A new U.S. defense strategy unveiled in January calls for a resized, refocused military. Proceedings asked the leaders of the world’s sea services: In an era of austere defense budgets and rapidly increasing technologies, what are the strategic objectives for your naval force over the next 5 years? 10 years? 20 years?
Admiral Julio Soares de Moura Neto
With the approval in 2008 of the National Strategy of Defense (NSD), Brazil now has a legal instrument supporting revitalization of the armed forces. The NSD establishes an increased military capacity, which for our navy represents a reconfiguration of forces that in part will be reflected in increased participation in peacekeeping missions, humanitarian actions, support for foreign policy, and carrying out subsidiary tasks, especially the safety of waterway navigation and protecting human life at sea.
According to the NSD, one of the basic tasks for the navy is ensuring it has the means to deny maritime access to any hostile forces approaching Brazil. That is our strategic priority, to which other goals—such as developing the ability to control maritime and inland areas of political-strategic importance and projecting power—are secondary. Therefore the navy will look at phased development that balances submarine, surface, and air components. Its focus will be oil rigs, ports and naval facilities, the Brazilian archipelagos and oceanic islands, threat-response readiness, the maritime communication lanes, and participation in peacekeeping missions.
To deny hostile use of the sea, Brazil will rely on conventional and nuclear-powered submarines of its own design and construction. For power projection we will maintain marine forces in constant readiness with the capacity for expeditionary excellence. In its surface fleet, Brazil will pay special attention to the construction of aircraft carriers and multipurpose vessels.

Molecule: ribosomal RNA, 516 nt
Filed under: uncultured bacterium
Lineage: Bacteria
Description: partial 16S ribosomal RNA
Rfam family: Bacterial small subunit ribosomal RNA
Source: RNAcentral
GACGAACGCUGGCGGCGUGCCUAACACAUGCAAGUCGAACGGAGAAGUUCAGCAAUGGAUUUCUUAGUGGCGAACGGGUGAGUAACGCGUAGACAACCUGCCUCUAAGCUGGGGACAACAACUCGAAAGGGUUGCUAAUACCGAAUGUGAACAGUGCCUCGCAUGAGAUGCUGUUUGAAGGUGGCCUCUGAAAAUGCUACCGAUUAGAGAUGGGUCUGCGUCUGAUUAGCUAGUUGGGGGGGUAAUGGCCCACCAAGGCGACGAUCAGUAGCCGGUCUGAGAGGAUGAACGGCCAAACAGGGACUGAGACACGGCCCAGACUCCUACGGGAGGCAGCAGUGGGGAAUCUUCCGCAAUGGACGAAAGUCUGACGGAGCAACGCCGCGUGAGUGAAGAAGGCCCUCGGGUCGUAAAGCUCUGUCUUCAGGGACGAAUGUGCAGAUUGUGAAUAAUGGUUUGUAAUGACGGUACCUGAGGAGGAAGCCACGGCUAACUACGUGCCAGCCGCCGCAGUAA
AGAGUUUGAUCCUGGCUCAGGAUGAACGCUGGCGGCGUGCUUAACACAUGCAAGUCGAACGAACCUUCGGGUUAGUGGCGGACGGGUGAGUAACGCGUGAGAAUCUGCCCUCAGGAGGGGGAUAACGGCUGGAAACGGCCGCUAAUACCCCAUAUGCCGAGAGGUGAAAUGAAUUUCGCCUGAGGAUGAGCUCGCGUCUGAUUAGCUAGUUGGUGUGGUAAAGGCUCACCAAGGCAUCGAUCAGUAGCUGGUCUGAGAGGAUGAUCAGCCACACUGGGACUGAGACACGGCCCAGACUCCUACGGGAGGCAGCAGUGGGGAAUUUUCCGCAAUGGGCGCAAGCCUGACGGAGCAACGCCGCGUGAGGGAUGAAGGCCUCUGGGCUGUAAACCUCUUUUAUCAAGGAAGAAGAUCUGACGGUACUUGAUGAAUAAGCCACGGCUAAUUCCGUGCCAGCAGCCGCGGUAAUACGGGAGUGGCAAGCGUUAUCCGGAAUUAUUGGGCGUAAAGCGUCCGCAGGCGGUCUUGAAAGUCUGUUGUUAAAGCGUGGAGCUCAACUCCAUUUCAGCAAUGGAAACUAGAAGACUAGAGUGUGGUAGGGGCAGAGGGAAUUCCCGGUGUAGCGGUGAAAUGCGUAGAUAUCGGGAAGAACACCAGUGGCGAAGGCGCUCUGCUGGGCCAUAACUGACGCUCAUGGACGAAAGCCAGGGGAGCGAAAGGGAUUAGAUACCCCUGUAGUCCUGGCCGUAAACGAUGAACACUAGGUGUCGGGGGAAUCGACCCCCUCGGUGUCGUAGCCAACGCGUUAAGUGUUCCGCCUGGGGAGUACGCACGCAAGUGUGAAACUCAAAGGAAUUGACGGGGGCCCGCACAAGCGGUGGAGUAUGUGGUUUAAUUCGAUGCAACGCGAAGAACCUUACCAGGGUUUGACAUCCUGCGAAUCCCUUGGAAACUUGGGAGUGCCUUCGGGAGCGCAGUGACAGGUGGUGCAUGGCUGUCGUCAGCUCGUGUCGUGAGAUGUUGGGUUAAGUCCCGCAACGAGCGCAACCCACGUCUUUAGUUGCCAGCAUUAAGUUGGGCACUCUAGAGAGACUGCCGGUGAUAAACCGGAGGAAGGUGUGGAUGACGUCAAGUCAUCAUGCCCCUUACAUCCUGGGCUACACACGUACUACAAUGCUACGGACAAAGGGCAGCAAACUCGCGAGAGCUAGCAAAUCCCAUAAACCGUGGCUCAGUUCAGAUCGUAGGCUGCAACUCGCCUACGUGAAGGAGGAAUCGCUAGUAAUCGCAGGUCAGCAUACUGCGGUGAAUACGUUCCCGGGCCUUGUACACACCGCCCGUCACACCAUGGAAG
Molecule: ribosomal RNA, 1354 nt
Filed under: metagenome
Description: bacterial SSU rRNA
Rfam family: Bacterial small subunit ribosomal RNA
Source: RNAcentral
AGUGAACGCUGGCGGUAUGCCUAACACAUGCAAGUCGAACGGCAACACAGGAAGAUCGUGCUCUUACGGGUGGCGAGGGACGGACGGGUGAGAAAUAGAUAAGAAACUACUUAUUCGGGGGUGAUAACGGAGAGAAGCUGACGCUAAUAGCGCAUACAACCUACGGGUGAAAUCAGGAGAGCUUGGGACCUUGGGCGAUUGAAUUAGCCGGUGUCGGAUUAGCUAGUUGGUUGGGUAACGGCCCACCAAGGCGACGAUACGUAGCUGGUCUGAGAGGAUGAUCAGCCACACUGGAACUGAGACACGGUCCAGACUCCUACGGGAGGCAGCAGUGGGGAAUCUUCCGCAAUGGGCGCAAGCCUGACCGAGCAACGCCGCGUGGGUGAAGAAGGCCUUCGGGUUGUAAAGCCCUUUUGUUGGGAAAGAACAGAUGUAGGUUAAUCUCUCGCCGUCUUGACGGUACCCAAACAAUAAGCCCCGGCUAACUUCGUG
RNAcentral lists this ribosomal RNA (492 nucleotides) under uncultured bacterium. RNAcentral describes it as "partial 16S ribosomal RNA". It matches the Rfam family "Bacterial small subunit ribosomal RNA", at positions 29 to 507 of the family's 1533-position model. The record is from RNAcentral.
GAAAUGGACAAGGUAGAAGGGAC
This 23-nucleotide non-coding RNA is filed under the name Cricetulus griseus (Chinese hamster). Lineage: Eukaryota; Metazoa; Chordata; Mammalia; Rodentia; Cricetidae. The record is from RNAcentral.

From the standpoint of maritime situational awareness, we see the importance of establishing a global information-sharing network to supplement existing regional and domestic networks in the monitoring, surveillance, and control of waters in our area of responsibility, especially in the South Atlantic.
Another priority is collaboration with neighboring countries, friends, and traditionally allied blocs—establishing and maintaining strategic partnerships, meetings, and bilateral agreements—to foster global peace and stability.
We are embarking on geographic repositioning and re-equipping of naval forces ,aiming at achieving short-term goals before 2015; medium-term goals before 2022; and in the longer term before 2030.
In that regard, our main focuses are: the continuity of the navy’s nuclear program; adding conventional and nuclear-powered submarines; formation of a second fleet and the creation of a second marine force in the country’s north and northeast; implementation of the “Blue Amazon” management system to expand monitoring, surveillance, and control of our territorial waters; intensifying our presence at the borders and in the major river basins; and the acquisition of naval, air, and marine assets required to accomplish our missions.